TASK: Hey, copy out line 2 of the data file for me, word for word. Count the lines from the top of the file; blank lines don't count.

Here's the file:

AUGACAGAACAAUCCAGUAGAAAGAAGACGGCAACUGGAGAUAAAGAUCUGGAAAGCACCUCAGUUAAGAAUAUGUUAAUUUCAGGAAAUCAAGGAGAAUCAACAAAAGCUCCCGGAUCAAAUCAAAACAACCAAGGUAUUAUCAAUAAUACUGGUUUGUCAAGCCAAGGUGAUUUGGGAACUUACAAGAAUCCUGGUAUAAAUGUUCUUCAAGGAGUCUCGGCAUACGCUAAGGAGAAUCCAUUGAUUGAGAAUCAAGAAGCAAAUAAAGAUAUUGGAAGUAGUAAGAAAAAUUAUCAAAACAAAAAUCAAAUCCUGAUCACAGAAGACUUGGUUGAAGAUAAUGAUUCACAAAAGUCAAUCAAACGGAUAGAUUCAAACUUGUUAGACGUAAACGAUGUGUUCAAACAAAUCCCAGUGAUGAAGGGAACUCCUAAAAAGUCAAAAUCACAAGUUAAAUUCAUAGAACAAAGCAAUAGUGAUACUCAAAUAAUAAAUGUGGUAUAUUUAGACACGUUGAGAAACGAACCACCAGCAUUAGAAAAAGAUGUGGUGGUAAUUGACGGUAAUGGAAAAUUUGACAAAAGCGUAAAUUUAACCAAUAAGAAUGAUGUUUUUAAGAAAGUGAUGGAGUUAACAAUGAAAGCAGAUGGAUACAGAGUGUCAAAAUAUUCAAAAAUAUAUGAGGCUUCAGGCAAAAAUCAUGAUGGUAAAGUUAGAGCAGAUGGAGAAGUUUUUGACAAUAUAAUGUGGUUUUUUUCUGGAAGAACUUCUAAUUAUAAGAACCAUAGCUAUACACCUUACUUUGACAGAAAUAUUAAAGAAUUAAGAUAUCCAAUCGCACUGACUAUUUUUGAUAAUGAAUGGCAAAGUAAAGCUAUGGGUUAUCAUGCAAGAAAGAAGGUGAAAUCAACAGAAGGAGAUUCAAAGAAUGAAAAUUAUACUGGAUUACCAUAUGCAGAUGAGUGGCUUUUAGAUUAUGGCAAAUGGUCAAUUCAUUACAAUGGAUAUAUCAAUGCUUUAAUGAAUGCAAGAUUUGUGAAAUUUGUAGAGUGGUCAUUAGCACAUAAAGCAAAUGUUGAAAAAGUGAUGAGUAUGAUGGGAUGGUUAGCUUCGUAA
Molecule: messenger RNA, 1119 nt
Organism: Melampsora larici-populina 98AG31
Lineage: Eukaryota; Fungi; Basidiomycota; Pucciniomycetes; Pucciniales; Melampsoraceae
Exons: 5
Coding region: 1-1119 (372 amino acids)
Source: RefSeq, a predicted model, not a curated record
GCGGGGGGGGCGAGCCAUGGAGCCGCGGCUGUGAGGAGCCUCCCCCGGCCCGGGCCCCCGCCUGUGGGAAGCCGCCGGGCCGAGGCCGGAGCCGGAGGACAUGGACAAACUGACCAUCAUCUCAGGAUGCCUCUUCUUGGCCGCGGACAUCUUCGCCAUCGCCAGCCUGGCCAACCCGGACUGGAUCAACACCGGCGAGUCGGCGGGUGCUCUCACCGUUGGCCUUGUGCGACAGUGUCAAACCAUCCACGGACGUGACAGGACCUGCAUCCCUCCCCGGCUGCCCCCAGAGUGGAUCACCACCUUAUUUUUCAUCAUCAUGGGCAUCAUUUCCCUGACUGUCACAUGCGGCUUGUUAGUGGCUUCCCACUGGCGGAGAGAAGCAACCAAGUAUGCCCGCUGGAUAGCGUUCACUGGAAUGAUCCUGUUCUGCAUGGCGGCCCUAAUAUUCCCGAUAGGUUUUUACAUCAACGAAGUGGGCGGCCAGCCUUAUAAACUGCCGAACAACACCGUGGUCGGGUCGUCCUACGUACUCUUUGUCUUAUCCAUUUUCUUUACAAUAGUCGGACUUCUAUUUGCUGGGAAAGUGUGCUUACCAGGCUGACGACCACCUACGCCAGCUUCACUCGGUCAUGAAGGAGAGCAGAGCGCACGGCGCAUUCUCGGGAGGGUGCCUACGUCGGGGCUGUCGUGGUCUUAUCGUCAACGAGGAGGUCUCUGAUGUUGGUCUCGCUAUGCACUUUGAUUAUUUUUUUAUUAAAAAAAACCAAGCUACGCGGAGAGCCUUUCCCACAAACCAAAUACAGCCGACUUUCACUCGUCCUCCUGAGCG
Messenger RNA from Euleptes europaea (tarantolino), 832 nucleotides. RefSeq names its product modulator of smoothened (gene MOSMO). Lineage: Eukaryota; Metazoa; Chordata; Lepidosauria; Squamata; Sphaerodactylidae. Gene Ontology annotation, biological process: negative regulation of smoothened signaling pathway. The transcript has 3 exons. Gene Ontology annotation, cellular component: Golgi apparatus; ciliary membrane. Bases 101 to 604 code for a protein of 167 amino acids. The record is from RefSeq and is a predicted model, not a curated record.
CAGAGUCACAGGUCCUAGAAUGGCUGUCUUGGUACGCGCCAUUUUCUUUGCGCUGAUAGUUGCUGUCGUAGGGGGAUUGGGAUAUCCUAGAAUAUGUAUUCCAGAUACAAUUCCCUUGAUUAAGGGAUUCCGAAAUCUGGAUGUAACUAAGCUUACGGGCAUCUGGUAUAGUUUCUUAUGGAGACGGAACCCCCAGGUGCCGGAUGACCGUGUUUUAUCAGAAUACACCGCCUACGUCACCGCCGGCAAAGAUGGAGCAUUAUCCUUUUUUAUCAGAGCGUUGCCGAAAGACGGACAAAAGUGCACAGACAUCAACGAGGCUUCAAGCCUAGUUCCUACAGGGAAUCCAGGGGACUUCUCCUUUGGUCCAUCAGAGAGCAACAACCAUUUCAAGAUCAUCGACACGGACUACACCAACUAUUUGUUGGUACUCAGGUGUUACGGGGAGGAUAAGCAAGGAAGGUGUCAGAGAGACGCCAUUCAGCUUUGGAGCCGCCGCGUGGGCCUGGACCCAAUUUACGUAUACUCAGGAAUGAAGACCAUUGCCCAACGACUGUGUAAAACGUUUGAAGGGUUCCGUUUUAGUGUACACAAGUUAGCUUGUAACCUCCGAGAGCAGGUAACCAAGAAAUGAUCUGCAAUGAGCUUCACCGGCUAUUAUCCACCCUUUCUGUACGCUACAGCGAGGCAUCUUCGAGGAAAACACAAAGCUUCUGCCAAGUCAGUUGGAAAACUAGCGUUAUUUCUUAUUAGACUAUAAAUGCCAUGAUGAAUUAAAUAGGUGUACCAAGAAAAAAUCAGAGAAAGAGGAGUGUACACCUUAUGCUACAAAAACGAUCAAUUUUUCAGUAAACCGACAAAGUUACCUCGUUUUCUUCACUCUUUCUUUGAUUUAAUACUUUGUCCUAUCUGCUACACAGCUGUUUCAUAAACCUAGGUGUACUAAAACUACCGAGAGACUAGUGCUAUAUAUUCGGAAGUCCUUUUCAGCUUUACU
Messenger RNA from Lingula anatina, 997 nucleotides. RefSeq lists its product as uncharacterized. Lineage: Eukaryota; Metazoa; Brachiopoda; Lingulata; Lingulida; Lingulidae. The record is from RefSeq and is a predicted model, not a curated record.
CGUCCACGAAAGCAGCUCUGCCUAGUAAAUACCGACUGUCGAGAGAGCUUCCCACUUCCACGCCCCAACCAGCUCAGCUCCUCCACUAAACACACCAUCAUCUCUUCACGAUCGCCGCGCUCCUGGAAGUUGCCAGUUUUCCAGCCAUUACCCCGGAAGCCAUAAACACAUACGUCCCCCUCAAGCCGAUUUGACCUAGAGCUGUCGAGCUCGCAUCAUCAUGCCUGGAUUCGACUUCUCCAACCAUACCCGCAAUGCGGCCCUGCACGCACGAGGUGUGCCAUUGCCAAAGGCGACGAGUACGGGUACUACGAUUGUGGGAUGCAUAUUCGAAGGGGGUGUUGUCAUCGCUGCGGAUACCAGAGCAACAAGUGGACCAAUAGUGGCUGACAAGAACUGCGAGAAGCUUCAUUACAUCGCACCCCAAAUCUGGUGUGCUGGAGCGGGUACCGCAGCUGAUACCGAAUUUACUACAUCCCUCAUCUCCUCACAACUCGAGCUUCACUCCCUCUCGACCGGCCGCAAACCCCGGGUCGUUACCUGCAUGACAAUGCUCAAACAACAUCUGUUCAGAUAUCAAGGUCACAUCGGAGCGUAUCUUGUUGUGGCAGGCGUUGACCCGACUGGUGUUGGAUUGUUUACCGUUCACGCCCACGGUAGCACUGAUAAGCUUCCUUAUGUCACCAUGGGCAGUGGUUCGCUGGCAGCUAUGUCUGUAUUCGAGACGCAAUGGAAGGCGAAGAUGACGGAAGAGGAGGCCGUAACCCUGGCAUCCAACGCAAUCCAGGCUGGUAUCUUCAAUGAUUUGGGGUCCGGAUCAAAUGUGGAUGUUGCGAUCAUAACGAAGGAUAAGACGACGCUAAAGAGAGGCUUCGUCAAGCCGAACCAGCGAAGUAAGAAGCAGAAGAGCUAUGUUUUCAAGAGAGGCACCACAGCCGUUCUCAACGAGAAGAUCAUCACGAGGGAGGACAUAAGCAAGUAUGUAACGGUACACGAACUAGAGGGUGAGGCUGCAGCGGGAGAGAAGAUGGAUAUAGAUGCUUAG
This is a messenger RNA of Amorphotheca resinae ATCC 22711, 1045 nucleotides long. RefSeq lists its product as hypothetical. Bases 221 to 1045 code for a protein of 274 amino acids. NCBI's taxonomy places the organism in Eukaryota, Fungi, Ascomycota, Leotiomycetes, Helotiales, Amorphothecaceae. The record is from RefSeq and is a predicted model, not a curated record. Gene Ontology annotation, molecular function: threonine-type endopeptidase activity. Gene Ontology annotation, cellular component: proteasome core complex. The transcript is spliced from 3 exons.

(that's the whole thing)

Molecule: messenger RNA, 1119 nt